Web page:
• Pelican Bay suffering same water issues as Lucayan
• Island’s tourism ‘has no engine’ to drive destination
• Almost five years since Memories’ post-storm close
By NEIL HARTNELL
Tribune Business Editor
A Grand Bahama hotel operator says “it’s a lucrative business to be in hot water heater sales” as his property grapples with the same salt water issues that have afflicted the nearby Grand Lucayan.
Magnus Alnebeck, Pelican Bay’s general manager, told Tribune Business that the hotel has been “spending a lot of time, energy and money” on hot water heaters, showers maintenance, changing out equipment and other tasks due to the high salinity of the supply received from Grand Bahama Utility Company.
With Grand Lucayan guests still being transferred to Pelican Bay because of ongoing air conditioning (A/C) system problems, Mr Alnebeck said: “We’re having the same problems at Pelican Bay. We’re spending a lot of time, energy and money on maintenance and changing equipment, which is a lot more time consuming and expensive than it normally is.
“That is before we start considering hot water heaters, showers, fixtures and furnitures because we’re going through them a lot more quicker than normal because of the salt water. It’s not just a hotel problem; it’s a residential problem, too. It’s a lucrative business to be in hot water sales at the moment.”
Revealing that the Grand Lucayan’s difficulties are also continuing, Mr Alnebeck added: “Their A/C is working one week and is not working another week. This week they’re moving their guests to Pelican Bay, and we are trying to help them as much as we can, but a guest coming to a beachfront property where the A/C doesn’t work doesn’t do any good for the destination.
“It varies from week to week. Some weeks they [the Grand Lucayan] have it working, and the next they have another part going down. They’re in need of a major overhaul, and are suffering from salt water that is affecting their cooling parts.”
Michael Scott QC, the Grand Lucayan’s chairman, yesterday told Tribune Business that the Government-owned resort is moving to resolve its water and A/C woes with a new reverse osmosis plant installed at the hotel and “a new chiller on the way”.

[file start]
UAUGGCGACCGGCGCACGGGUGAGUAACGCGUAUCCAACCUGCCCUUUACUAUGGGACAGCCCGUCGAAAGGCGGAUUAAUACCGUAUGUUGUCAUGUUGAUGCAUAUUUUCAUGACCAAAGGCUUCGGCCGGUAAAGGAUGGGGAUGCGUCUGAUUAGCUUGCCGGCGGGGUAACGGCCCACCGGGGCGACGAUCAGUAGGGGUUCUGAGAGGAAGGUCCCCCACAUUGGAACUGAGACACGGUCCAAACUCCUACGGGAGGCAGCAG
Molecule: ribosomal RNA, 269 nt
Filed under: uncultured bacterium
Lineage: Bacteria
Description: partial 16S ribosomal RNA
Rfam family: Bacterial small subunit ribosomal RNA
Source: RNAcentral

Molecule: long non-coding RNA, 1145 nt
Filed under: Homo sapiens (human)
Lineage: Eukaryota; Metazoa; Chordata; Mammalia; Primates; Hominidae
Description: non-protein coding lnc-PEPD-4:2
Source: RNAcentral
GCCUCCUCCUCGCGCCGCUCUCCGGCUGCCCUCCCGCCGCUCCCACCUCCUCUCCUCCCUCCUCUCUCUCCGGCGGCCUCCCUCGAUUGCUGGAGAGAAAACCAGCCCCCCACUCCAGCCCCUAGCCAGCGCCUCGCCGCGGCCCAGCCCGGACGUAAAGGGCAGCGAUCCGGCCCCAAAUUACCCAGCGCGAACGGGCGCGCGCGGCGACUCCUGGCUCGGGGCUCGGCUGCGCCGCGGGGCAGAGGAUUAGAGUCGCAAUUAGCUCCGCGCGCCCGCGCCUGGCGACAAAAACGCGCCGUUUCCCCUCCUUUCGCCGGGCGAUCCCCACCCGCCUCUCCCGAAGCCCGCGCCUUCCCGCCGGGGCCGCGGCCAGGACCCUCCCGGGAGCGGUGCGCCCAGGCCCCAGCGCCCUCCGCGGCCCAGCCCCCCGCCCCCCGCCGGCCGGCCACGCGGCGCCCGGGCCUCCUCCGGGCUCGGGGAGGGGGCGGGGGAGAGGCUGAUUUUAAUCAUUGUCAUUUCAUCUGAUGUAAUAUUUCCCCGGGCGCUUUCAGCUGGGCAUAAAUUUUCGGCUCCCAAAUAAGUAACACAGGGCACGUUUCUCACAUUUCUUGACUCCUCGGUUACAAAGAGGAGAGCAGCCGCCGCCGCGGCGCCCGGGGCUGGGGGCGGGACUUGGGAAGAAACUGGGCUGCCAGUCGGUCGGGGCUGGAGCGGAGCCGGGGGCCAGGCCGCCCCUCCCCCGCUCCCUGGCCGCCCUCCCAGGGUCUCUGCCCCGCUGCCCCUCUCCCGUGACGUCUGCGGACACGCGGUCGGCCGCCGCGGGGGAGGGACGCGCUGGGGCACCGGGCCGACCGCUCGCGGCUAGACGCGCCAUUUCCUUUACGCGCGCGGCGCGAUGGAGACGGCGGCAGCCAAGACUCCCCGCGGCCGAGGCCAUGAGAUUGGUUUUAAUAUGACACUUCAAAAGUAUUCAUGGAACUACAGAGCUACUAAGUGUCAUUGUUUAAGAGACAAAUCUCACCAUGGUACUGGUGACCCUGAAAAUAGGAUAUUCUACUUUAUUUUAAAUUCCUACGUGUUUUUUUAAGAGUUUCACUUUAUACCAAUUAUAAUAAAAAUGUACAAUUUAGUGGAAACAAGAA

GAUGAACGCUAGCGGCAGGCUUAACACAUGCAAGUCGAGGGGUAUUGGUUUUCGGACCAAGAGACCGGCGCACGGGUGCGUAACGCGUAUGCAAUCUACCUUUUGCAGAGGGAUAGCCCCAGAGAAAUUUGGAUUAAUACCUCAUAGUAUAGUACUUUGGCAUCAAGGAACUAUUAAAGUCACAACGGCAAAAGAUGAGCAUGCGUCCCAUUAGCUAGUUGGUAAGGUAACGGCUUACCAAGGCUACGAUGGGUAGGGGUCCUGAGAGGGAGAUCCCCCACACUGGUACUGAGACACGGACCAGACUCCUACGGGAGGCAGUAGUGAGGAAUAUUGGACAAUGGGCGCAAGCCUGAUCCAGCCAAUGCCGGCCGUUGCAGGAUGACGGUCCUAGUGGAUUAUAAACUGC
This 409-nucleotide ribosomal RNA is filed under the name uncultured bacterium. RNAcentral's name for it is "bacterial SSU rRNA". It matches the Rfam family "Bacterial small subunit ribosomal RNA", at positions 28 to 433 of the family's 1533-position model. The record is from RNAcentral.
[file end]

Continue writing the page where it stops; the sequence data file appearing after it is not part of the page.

Confirming that “a lot of time, energy and money” has been involved, he said: “That’s an enduring problem. We’re trying to get new equipment. It has its origins in the water sold to us by Grand Bahama Utility Company.
“There’s another development in that saga. They’re denying liability or responsibility, so I read them the riot act and we’ll see where that takes us.” Mr Scott had previously blamed the resort’s woes, including closures to overnight guests, on an inferior water supply that “rotted our chillers” and left it without air conditioning.
Some $500,000 was to be invested in installing the reverse osmosis plant, with Mr Scott revealing that the Grand Lucayan was paying the Grand Bahama Port Authority (GBPA) owned GBUC some $40,000 per month for water with high salinity levels that was responsible for corroding the resort’s chillers and thus shutting down its A/C systems.
Mr Scott said at the time: “Very simply, the water supply we are getting from Grand Bahama Utility Company, courtesy of the Grand Bahama Port Authority, is so bad that it’s rotting our pipes, it’s rotting our chillers and its rotting our infrastructure systems.
“The water they are pumping out to consumers, for which we are paying $40,000 a month, has too high a chloride/salinity content. Is it a surprise that our pipes are being corroded? Our A/C chillers are water cooled, and that destroys them. It’s palpably a disgrace.
“If water is being delivered to us in accordance with a contract of service from the Grand Bahama Utility Company, which is a GBPA company, and that water is above the limit for chloride/salinity content, can you imagine what it is doing to other people’s properties?”
However, Ian Rolle, the GBPA’s president, subsequently responded by branding Mr Scott’s attack as “disingenuous”, adding that GBUC had been impacted by “an Act of God” in the shape of Hurricane Dorian’s storm surge that overwhelmed Grand Bahama’s wellfields and contaminated them with salt water intrusion.
Mr Rolle said GBUC’s $5m investment in a three million gallon reverse osmosis plant “will not only restore water potability to the remaining 30 percent of customers across Grand Bahama, but will also ensure that Grand Bahamians will never again be without potable water for a prolonged period”. The plant was being installed throughout the summer.
Mr Alnebeck, meanwhile, said Grand Bahama’s hotel and tourism industry continued to “lack an engine” to drive momentum as it continues to await the closure of the long-running Grand Lucayan sale to Royal Caribbean and ITM Group.
“Until we have some attractive hotel product, it’s going to be hard to impact on overnight tourism,” he said. “We really have no engine. Viva Fortuna is trying. They’re very much more of a middle market, beachfront, all-inclusive product but they cannot drive the destination.”
The Pelican Bay chief also questioned what the Royal Caribbean/ITM deal will look like when it ultimately does close, querying whether “it’s water park or a hotel”. He added: “Now we’re coming up on five years when Memories shut down after Hurricane Matthew in October. Let’s hope they get on with it as quick as they can.”
Pelican Bay’s occupancy rates presently stand at 30 percent, and Mr Alnebeck said the present 9pm curfew and high level of COVID cases was “having an impact” on the local market as fewer people ate out in restaurants during the evening.